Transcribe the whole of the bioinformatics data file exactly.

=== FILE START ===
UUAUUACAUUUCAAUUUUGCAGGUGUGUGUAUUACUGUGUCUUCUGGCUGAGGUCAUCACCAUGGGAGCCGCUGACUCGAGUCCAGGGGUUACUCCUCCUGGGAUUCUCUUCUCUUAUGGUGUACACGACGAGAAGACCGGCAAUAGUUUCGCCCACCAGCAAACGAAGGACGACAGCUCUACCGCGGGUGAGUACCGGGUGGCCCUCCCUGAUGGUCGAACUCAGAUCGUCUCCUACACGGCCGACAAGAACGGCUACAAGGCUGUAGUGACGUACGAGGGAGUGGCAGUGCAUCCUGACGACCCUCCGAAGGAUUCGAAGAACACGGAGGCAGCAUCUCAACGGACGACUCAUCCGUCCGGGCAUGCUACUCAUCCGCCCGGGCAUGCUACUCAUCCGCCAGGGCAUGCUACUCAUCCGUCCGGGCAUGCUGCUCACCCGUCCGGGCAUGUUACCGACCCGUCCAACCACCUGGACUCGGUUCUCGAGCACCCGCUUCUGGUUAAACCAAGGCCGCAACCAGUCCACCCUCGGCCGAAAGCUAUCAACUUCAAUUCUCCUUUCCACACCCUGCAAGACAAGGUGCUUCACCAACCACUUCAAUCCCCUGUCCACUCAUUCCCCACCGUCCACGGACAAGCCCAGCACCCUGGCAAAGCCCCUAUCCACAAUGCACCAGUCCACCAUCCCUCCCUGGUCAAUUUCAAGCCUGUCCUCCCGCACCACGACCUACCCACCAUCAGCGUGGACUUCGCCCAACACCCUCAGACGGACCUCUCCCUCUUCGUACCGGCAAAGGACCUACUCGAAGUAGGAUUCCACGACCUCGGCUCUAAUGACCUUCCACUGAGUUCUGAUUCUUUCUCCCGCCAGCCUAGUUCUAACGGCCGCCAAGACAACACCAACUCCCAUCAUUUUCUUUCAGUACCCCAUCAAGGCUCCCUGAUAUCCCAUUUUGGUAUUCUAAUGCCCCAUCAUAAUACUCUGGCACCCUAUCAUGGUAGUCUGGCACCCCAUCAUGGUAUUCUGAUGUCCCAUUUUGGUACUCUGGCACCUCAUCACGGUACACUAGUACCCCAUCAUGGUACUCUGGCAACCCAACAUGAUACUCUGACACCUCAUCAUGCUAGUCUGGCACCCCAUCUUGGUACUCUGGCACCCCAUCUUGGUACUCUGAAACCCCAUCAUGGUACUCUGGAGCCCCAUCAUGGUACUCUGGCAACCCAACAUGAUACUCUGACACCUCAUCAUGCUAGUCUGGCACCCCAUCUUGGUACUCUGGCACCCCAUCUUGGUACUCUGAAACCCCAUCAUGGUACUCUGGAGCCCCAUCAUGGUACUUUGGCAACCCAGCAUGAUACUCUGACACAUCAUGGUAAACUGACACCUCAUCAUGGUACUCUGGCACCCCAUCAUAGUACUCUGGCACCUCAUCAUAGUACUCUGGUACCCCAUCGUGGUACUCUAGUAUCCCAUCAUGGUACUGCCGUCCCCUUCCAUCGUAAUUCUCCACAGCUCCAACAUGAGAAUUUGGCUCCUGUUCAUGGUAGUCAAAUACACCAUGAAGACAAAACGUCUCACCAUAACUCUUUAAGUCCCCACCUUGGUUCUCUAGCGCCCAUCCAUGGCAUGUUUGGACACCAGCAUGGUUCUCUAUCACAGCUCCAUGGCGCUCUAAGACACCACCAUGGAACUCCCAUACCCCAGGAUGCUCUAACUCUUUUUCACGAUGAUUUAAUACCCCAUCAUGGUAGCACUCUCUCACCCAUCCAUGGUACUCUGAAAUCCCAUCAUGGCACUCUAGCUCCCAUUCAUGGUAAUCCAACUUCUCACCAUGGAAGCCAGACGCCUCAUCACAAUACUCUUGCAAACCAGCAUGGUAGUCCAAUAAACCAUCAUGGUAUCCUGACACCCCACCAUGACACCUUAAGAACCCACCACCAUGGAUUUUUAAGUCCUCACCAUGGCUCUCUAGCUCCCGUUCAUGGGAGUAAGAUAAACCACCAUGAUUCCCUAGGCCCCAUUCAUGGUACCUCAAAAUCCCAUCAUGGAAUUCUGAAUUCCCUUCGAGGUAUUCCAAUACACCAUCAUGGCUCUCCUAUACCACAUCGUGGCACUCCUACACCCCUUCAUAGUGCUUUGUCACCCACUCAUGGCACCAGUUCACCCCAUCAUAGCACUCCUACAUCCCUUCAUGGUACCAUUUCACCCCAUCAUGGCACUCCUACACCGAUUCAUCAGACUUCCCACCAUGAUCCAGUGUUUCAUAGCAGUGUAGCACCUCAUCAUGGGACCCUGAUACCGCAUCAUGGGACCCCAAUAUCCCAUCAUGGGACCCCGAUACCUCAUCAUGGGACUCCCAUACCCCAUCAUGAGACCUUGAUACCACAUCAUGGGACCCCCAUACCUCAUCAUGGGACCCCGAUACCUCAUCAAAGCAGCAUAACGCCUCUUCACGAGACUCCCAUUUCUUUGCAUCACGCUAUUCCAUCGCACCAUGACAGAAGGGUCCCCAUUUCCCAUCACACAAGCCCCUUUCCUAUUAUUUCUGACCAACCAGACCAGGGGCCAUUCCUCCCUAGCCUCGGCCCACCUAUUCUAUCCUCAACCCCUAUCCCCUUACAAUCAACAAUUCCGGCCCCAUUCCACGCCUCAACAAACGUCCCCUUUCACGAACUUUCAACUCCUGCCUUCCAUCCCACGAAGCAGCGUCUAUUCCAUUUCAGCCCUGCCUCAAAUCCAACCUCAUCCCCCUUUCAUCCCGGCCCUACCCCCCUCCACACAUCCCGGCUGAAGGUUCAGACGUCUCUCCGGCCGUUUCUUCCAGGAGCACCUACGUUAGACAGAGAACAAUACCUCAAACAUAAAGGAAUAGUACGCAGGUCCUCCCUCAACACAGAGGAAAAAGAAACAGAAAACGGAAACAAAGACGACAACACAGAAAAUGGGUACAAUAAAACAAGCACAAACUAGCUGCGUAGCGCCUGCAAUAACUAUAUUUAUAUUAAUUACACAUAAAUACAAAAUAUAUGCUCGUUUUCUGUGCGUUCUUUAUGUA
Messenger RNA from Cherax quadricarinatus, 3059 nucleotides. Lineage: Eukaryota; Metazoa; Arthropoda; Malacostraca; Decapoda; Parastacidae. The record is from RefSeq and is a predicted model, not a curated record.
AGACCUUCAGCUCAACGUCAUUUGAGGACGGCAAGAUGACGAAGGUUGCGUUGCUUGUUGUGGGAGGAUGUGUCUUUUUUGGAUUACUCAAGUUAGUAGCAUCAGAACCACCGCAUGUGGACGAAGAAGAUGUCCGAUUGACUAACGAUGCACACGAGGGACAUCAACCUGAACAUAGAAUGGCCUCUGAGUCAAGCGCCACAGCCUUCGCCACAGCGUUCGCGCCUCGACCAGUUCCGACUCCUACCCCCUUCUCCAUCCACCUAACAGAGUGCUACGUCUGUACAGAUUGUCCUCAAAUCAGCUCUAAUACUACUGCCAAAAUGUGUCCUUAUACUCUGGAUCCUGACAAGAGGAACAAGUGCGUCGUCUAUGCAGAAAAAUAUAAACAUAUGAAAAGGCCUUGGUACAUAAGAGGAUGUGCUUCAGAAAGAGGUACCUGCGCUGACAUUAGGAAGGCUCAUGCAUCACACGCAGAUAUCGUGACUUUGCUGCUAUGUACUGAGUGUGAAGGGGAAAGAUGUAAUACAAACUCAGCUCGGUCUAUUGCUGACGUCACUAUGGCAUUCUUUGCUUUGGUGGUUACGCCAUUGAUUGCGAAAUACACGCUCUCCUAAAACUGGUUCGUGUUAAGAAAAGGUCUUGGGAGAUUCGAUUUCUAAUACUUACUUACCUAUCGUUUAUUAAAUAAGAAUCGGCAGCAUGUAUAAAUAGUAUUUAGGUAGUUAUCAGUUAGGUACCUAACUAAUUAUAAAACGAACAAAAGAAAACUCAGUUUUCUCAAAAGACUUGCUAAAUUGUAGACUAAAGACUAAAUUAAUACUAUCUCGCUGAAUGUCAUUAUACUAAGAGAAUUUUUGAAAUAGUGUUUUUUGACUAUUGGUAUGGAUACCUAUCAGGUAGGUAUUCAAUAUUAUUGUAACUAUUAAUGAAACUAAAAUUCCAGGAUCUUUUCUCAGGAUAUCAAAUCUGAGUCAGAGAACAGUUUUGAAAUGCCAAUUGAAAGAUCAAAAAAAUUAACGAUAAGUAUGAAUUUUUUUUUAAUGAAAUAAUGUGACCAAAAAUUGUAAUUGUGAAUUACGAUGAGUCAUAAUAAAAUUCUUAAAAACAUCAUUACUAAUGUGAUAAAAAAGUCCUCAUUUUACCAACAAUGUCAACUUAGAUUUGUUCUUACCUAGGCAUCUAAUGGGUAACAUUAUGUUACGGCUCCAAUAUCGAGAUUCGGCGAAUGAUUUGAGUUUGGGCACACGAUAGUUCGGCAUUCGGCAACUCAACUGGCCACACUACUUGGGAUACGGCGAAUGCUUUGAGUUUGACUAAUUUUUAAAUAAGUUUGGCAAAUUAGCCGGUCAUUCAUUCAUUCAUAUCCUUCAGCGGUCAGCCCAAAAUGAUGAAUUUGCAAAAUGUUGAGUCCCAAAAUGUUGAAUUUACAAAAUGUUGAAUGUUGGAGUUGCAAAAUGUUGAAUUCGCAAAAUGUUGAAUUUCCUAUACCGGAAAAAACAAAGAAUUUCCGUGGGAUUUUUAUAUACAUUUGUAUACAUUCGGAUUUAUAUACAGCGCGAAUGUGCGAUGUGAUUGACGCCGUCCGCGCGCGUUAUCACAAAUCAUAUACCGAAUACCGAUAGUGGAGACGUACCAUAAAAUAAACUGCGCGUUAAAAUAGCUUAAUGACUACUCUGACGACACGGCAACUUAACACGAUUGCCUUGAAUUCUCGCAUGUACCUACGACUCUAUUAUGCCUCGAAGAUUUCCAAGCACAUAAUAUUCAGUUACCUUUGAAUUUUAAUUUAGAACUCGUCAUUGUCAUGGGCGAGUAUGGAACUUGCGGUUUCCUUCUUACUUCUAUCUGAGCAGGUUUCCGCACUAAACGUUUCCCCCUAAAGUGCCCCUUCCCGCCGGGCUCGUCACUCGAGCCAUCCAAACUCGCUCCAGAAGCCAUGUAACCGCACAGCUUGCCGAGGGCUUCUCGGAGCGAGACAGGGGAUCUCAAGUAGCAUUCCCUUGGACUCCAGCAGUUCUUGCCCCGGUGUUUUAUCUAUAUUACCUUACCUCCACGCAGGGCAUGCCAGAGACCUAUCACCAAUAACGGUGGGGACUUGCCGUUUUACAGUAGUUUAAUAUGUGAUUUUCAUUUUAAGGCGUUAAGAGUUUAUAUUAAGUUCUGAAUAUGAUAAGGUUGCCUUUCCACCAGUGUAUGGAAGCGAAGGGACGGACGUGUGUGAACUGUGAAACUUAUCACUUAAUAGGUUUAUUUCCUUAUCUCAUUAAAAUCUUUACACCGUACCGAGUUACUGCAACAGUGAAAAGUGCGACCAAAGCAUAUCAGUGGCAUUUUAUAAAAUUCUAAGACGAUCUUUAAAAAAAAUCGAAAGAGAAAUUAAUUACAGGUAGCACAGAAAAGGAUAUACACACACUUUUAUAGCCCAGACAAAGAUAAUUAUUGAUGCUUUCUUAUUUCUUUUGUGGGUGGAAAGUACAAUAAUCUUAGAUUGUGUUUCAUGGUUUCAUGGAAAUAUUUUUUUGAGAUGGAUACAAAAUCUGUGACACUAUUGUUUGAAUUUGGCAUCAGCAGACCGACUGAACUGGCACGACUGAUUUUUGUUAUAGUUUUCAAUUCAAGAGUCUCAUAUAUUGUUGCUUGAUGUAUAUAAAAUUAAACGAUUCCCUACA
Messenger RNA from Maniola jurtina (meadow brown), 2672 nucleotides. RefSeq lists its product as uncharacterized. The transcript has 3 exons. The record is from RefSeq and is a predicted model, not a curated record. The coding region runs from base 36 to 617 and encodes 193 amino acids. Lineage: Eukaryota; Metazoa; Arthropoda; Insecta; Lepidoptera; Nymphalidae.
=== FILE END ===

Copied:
UUAUUACAUUUCAAUUUUGCAGGUGUGUGUAUUACUGUGUCUUCUGGCUGAGGUCAUCACCAUGGGAGCCGCUGACUCGAGUCCAGGGGUUACUCCUCCUGGGAUUCUCUUCUCUUAUGGUGUACACGACGAGAAGACCGGCAAUAGUUUCGCCCACCAGCAAACGAAGGACGACAGCUCUACCGCGGGUGAGUACCGGGUGGCCCUCCCUGAUGGUCGAACUCAGAUCGUCUCCUACACGGCCGACAAGAACGGCUACAAGGCUGUAGUGACGUACGAGGGAGUGGCAGUGCAUCCUGACGACCCUCCGAAGGAUUCGAAGAACACGGAGGCAGCAUCUCAACGGACGACUCAUCCGUCCGGGCAUGCUACUCAUCCGCCCGGGCAUGCUACUCAUCCGCCAGGGCAUGCUACUCAUCCGUCCGGGCAUGCUGCUCACCCGUCCGGGCAUGUUACCGACCCGUCCAACCACCUGGACUCGGUUCUCGAGCACCCGCUUCUGGUUAAACCAAGGCCGCAACCAGUCCACCCUCGGCCGAAAGCUAUCAACUUCAAUUCUCCUUUCCACACCCUGCAAGACAAGGUGCUUCACCAACCACUUCAAUCCCCUGUCCACUCAUUCCCCACCGUCCACGGACAAGCCCAGCACCCUGGCAAAGCCCCUAUCCACAAUGCACCAGUCCACCAUCCCUCCCUGGUCAAUUUCAAGCCUGUCCUCCCGCACCACGACCUACCCACCAUCAGCGUGGACUUCGCCCAACACCCUCAGACGGACCUCUCCCUCUUCGUACCGGCAAAGGACCUACUCGAAGUAGGAUUCCACGACCUCGGCUCUAAUGACCUUCCACUGAGUUCUGAUUCUUUCUCCCGCCAGCCUAGUUCUAACGGCCGCCAAGACAACACCAACUCCCAUCAUUUUCUUUCAGUACCCCAUCAAGGCUCCCUGAUAUCCCAUUUUGGUAUUCUAAUGCCCCAUCAUAAUACUCUGGCACCCUAUCAUGGUAGUCUGGCACCCCAUCAUGGUAUUCUGAUGUCCCAUUUUGGUACUCUGGCACCUCAUCACGGUACACUAGUACCCCAUCAUGGUACUCUGGCAACCCAACAUGAUACUCUGACACCUCAUCAUGCUAGUCUGGCACCCCAUCUUGGUACUCUGGCACCCCAUCUUGGUACUCUGAAACCCCAUCAUGGUACUCUGGAGCCCCAUCAUGGUACUCUGGCAACCCAACAUGAUACUCUGACACCUCAUCAUGCUAGUCUGGCACCCCAUCUUGGUACUCUGGCACCCCAUCUUGGUACUCUGAAACCCCAUCAUGGUACUCUGGAGCCCCAUCAUGGUACUUUGGCAACCCAGCAUGAUACUCUGACACAUCAUGGUAAACUGACACCUCAUCAUGGUACUCUGGCACCCCAUCAUAGUACUCUGGCACCUCAUCAUAGUACUCUGGUACCCCAUCGUGGUACUCUAGUAUCCCAUCAUGGUACUGCCGUCCCCUUCCAUCGUAAUUCUCCACAGCUCCAACAUGAGAAUUUGGCUCCUGUUCAUGGUAGUCAAAUACACCAUGAAGACAAAACGUCUCACCAUAACUCUUUAAGUCCCCACCUUGGUUCUCUAGCGCCCAUCCAUGGCAUGUUUGGACACCAGCAUGGUUCUCUAUCACAGCUCCAUGGCGCUCUAAGACACCACCAUGGAACUCCCAUACCCCAGGAUGCUCUAACUCUUUUUCACGAUGAUUUAAUACCCCAUCAUGGUAGCACUCUCUCACCCAUCCAUGGUACUCUGAAAUCCCAUCAUGGCACUCUAGCUCCCAUUCAUGGUAAUCCAACUUCUCACCAUGGAAGCCAGACGCCUCAUCACAAUACUCUUGCAAACCAGCAUGGUAGUCCAAUAAACCAUCAUGGUAUCCUGACACCCCACCAUGACACCUUAAGAACCCACCACCAUGGAUUUUUAAGUCCUCACCAUGGCUCUCUAGCUCCCGUUCAUGGGAGUAAGAUAAACCACCAUGAUUCCCUAGGCCCCAUUCAUGGUACCUCAAAAUCCCAUCAUGGAAUUCUGAAUUCCCUUCGAGGUAUUCCAAUACACCAUCAUGGCUCUCCUAUACCACAUCGUGGCACUCCUACACCCCUUCAUAGUGCUUUGUCACCCACUCAUGGCACCAGUUCACCCCAUCAUAGCACUCCUACAUCCCUUCAUGGUACCAUUUCACCCCAUCAUGGCACUCCUACACCGAUUCAUCAGACUUCCCACCAUGAUCCAGUGUUUCAUAGCAGUGUAGCACCUCAUCAUGGGACCCUGAUACCGCAUCAUGGGACCCCAAUAUCCCAUCAUGGGACCCCGAUACCUCAUCAUGGGACUCCCAUACCCCAUCAUGAGACCUUGAUACCACAUCAUGGGACCCCCAUACCUCAUCAUGGGACCCCGAUACCUCAUCAAAGCAGCAUAACGCCUCUUCACGAGACUCCCAUUUCUUUGCAUCACGCUAUUCCAUCGCACCAUGACAGAAGGGUCCCCAUUUCCCAUCACACAAGCCCCUUUCCUAUUAUUUCUGACCAACCAGACCAGGGGCCAUUCCUCCCUAGCCUCGGCCCACCUAUUCUAUCCUCAACCCCUAUCCCCUUACAAUCAACAAUUCCGGCCCCAUUCCACGCCUCAACAAACGUCCCCUUUCACGAACUUUCAACUCCUGCCUUCCAUCCCACGAAGCAGCGUCUAUUCCAUUUCAGCCCUGCCUCAAAUCCAACCUCAUCCCCCUUUCAUCCCGGCCCUACCCCCCUCCACACAUCCCGGCUGAAGGUUCAGACGUCUCUCCGGCCGUUUCUUCCAGGAGCACCUACGUUAGACAGAGAACAAUACCUCAAACAUAAAGGAAUAGUACGCAGGUCCUCCCUCAACACAGAGGAAAAAGAAACAGAAAACGGAAACAAAGACGACAACACAGAAAAUGGGUACAAUAAAACAAGCACAAACUAGCUGCGUAGCGCCUGCAAUAACUAUAUUUAUAUUAAUUACACAUAAAUACAAAAUAUAUGCUCGUUUUCUGUGCGUUCUUUAUGUA
Messenger RNA from Cherax quadricarinatus, 3059 nucleotides. Lineage: Eukaryota; Metazoa; Arthropoda; Malacostraca; Decapoda; Parastacidae. The record is from RefSeq and is a predicted model, not a curated record.
AGACCUUCAGCUCAACGUCAUUUGAGGACGGCAAGAUGACGAAGGUUGCGUUGCUUGUUGUGGGAGGAUGUGUCUUUUUUGGAUUACUCAAGUUAGUAGCAUCAGAACCACCGCAUGUGGACGAAGAAGAUGUCCGAUUGACUAACGAUGCACACGAGGGACAUCAACCUGAACAUAGAAUGGCCUCUGAGUCAAGCGCCACAGCCUUCGCCACAGCGUUCGCGCCUCGACCAGUUCCGACUCCUACCCCCUUCUCCAUCCACCUAACAGAGUGCUACGUCUGUACAGAUUGUCCUCAAAUCAGCUCUAAUACUACUGCCAAAAUGUGUCCUUAUACUCUGGAUCCUGACAAGAGGAACAAGUGCGUCGUCUAUGCAGAAAAAUAUAAACAUAUGAAAAGGCCUUGGUACAUAAGAGGAUGUGCUUCAGAAAGAGGUACCUGCGCUGACAUUAGGAAGGCUCAUGCAUCACACGCAGAUAUCGUGACUUUGCUGCUAUGUACUGAGUGUGAAGGGGAAAGAUGUAAUACAAACUCAGCUCGGUCUAUUGCUGACGUCACUAUGGCAUUCUUUGCUUUGGUGGUUACGCCAUUGAUUGCGAAAUACACGCUCUCCUAAAACUGGUUCGUGUUAAGAAAAGGUCUUGGGAGAUUCGAUUUCUAAUACUUACUUACCUAUCGUUUAUUAAAUAAGAAUCGGCAGCAUGUAUAAAUAGUAUUUAGGUAGUUAUCAGUUAGGUACCUAACUAAUUAUAAAACGAACAAAAGAAAACUCAGUUUUCUCAAAAGACUUGCUAAAUUGUAGACUAAAGACUAAAUUAAUACUAUCUCGCUGAAUGUCAUUAUACUAAGAGAAUUUUUGAAAUAGUGUUUUUUGACUAUUGGUAUGGAUACCUAUCAGGUAGGUAUUCAAUAUUAUUGUAACUAUUAAUGAAACUAAAAUUCCAGGAUCUUUUCUCAGGAUAUCAAAUCUGAGUCAGAGAACAGUUUUGAAAUGCCAAUUGAAAGAUCAAAAAAAUUAACGAUAAGUAUGAAUUUUUUUUUAAUGAAAUAAUGUGACCAAAAAUUGUAAUUGUGAAUUACGAUGAGUCAUAAUAAAAUUCUUAAAAACAUCAUUACUAAUGUGAUAAAAAAGUCCUCAUUUUACCAACAAUGUCAACUUAGAUUUGUUCUUACCUAGGCAUCUAAUGGGUAACAUUAUGUUACGGCUCCAAUAUCGAGAUUCGGCGAAUGAUUUGAGUUUGGGCACACGAUAGUUCGGCAUUCGGCAACUCAACUGGCCACACUACUUGGGAUACGGCGAAUGCUUUGAGUUUGACUAAUUUUUAAAUAAGUUUGGCAAAUUAGCCGGUCAUUCAUUCAUUCAUAUCCUUCAGCGGUCAGCCCAAAAUGAUGAAUUUGCAAAAUGUUGAGUCCCAAAAUGUUGAAUUUACAAAAUGUUGAAUGUUGGAGUUGCAAAAUGUUGAAUUCGCAAAAUGUUGAAUUUCCUAUACCGGAAAAAACAAAGAAUUUCCGUGGGAUUUUUAUAUACAUUUGUAUACAUUCGGAUUUAUAUACAGCGCGAAUGUGCGAUGUGAUUGACGCCGUCCGCGCGCGUUAUCACAAAUCAUAUACCGAAUACCGAUAGUGGAGACGUACCAUAAAAUAAACUGCGCGUUAAAAUAGCUUAAUGACUACUCUGACGACACGGCAACUUAACACGAUUGCCUUGAAUUCUCGCAUGUACCUACGACUCUAUUAUGCCUCGAAGAUUUCCAAGCACAUAAUAUUCAGUUACCUUUGAAUUUUAAUUUAGAACUCGUCAUUGUCAUGGGCGAGUAUGGAACUUGCGGUUUCCUUCUUACUUCUAUCUGAGCAGGUUUCCGCACUAAACGUUUCCCCCUAAAGUGCCCCUUCCCGCCGGGCUCGUCACUCGAGCCAUCCAAACUCGCUCCAGAAGCCAUGUAACCGCACAGCUUGCCGAGGGCUUCUCGGAGCGAGACAGGGGAUCUCAAGUAGCAUUCCCUUGGACUCCAGCAGUUCUUGCCCCGGUGUUUUAUCUAUAUUACCUUACCUCCACGCAGGGCAUGCCAGAGACCUAUCACCAAUAACGGUGGGGACUUGCCGUUUUACAGUAGUUUAAUAUGUGAUUUUCAUUUUAAGGCGUUAAGAGUUUAUAUUAAGUUCUGAAUAUGAUAAGGUUGCCUUUCCACCAGUGUAUGGAAGCGAAGGGACGGACGUGUGUGAACUGUGAAACUUAUCACUUAAUAGGUUUAUUUCCUUAUCUCAUUAAAAUCUUUACACCGUACCGAGUUACUGCAACAGUGAAAAGUGCGACCAAAGCAUAUCAGUGGCAUUUUAUAAAAUUCUAAGACGAUCUUUAAAAAAAAUCGAAAGAGAAAUUAAUUACAGGUAGCACAGAAAAGGAUAUACACACACUUUUAUAGCCCAGACAAAGAUAAUUAUUGAUGCUUUCUUAUUUCUUUUGUGGGUGGAAAGUACAAUAAUCUUAGAUUGUGUUUCAUGGUUUCAUGGAAAUAUUUUUUUGAGAUGGAUACAAAAUCUGUGACACUAUUGUUUGAAUUUGGCAUCAGCAGACCGACUGAACUGGCACGACUGAUUUUUGUUAUAGUUUUCAAUUCAAGAGUCUCAUAUAUUGUUGCUUGAUGUAUAUAAAAUUAAACGAUUCCCUACA
Messenger RNA from Maniola jurtina (meadow brown), 2672 nucleotides. RefSeq lists its product as uncharacterized. The transcript has 3 exons. The record is from RefSeq and is a predicted model, not a curated record. The coding region runs from base 36 to 617 and encodes 193 amino acids. Lineage: Eukaryota; Metazoa; Arthropoda; Insecta; Lepidoptera; Nymphalidae.